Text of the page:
Trouble building muscle?

#1

Hey friends!

Does anyone else here feel like they have an inordinate amount of trouble building muscle? I keep wondering if this is just my genetic makeup, or has something to do with diabetes. I exercise a LOT, including weight training and cardio training, and for the life of me I can’t seem to get any stronger. Have any of you heard of it being harder to develop muscle if you have insulin-dependent diabetes?

#2

No, actually I’m the opposite! I am very sturdily built, especially around the arms and shoulders. And strong. I’m only 5’0" tall, but I can lift and throw all the much larger men in my martial arts class. I used to do gymnastics too, and had far more fun with strength than flexibility.

I find insulin to be anabolic and build either fat or muscle rapidly. I generally enjoy a combination of both - I work hard but enjoy food lots too.

Some people just seem to have more trouble than others building strength, I really don’t think it is D related. I train with a man who flops about at training like a wet noodle, and he attends classes 5 nights a week. I only train 3-4 times.

I wish I had lots more flexibility - I am prone to injury because my muscles are so tight.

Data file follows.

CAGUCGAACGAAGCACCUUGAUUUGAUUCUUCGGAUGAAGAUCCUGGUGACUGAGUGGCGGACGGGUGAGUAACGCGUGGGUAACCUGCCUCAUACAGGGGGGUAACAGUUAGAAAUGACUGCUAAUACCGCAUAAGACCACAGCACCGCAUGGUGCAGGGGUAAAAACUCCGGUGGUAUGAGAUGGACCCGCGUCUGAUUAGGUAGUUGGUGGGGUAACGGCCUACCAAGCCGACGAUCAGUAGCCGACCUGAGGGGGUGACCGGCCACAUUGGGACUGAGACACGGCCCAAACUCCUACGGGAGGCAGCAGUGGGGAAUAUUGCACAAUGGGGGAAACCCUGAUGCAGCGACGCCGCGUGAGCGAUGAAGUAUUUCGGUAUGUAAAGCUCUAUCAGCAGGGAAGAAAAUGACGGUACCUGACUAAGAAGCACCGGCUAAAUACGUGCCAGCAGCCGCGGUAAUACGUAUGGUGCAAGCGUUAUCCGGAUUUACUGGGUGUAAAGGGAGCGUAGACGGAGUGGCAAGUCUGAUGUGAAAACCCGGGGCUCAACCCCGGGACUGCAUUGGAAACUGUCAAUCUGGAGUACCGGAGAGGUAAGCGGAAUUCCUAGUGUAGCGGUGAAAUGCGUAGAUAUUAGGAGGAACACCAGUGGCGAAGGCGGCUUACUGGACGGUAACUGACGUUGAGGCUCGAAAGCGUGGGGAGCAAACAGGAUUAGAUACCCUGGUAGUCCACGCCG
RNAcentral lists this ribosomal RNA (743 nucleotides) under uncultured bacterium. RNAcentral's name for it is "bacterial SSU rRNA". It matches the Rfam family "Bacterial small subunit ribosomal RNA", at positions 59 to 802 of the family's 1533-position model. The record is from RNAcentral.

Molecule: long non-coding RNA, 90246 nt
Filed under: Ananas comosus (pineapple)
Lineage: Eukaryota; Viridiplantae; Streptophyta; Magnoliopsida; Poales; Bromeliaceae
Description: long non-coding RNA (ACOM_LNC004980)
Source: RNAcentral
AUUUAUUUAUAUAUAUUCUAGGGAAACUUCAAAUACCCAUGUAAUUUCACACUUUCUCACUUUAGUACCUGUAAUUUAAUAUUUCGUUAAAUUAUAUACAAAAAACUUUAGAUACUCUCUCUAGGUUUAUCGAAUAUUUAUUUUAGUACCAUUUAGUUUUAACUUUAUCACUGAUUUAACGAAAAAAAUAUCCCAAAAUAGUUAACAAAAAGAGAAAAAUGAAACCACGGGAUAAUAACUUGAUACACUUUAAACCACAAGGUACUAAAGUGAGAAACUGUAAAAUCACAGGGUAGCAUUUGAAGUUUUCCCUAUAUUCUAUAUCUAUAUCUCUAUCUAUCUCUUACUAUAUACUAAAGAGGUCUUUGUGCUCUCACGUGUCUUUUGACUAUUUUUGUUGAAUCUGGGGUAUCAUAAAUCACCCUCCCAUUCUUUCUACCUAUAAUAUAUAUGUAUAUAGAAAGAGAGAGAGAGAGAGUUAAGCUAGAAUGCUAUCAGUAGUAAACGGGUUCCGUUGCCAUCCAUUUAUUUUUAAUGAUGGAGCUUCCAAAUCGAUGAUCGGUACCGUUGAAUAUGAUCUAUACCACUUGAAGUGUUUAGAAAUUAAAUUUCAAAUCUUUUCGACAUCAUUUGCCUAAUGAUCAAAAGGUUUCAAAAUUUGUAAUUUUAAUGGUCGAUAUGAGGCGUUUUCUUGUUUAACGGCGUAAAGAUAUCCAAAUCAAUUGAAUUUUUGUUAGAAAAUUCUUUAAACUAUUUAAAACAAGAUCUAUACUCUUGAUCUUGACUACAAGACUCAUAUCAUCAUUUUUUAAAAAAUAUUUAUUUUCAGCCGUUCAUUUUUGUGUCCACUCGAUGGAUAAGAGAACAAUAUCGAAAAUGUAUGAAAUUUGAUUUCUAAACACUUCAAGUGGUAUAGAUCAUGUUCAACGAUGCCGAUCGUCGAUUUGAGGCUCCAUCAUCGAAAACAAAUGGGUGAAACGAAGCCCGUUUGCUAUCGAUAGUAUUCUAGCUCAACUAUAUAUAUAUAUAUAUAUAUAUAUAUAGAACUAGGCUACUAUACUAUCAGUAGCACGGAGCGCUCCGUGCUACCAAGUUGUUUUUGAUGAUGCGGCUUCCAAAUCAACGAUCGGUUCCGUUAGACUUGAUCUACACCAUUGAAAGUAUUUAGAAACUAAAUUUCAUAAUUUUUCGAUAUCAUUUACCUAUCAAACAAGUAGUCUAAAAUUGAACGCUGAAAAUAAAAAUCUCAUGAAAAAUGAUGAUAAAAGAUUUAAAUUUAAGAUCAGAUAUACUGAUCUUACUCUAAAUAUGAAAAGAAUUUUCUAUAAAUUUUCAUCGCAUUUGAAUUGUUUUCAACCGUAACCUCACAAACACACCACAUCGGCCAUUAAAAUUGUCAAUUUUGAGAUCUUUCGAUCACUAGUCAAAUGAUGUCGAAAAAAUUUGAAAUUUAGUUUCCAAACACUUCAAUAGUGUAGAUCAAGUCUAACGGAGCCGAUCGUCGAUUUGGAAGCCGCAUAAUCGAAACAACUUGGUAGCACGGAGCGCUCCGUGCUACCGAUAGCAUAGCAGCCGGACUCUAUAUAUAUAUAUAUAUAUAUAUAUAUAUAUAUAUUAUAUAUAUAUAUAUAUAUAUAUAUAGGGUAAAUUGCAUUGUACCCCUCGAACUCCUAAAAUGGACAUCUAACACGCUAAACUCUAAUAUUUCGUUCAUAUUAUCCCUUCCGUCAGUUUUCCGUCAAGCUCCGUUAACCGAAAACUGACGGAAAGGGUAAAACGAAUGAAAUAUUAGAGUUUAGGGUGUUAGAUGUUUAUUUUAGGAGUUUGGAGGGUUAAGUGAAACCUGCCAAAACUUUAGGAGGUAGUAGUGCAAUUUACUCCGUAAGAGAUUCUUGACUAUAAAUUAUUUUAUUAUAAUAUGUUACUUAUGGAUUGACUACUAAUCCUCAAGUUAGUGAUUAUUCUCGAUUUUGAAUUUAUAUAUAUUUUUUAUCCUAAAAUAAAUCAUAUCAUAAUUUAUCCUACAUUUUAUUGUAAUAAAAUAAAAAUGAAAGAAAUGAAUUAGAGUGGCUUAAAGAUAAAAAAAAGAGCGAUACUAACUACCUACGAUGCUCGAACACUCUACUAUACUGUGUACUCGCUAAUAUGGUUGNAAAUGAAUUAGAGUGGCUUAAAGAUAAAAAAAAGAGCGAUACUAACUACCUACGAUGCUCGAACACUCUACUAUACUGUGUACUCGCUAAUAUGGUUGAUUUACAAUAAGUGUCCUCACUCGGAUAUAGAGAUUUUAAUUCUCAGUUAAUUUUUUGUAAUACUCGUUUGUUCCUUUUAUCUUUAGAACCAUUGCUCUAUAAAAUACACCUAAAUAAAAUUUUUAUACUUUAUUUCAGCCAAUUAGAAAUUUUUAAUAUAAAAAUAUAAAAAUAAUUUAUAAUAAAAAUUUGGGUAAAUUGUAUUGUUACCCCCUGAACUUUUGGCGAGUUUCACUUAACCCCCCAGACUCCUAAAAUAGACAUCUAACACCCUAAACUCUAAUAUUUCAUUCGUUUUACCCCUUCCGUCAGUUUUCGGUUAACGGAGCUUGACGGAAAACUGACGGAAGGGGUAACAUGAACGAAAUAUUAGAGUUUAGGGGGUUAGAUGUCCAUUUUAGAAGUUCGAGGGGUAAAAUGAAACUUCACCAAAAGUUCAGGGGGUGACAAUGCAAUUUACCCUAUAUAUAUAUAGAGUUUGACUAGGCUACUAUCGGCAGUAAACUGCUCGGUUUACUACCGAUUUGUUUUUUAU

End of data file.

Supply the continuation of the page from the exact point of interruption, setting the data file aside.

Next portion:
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#3

Are you by any chance taking a statin drug? If you are, these can be detrimental for muscle building.

Enough protein in diet? Recommended is approx 1g /kg body weight.

Heavy weights may be required to gain muscle, in women.

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#4

@EmilyC, it is great to see you!

I found that the best way to build muscle was through heavy weight training and timing of eating and insulin for recovery. Cardio (and other aerobic exercise) works against muscle building and while it gives you fitness, you should do things like interval training and not endurance training.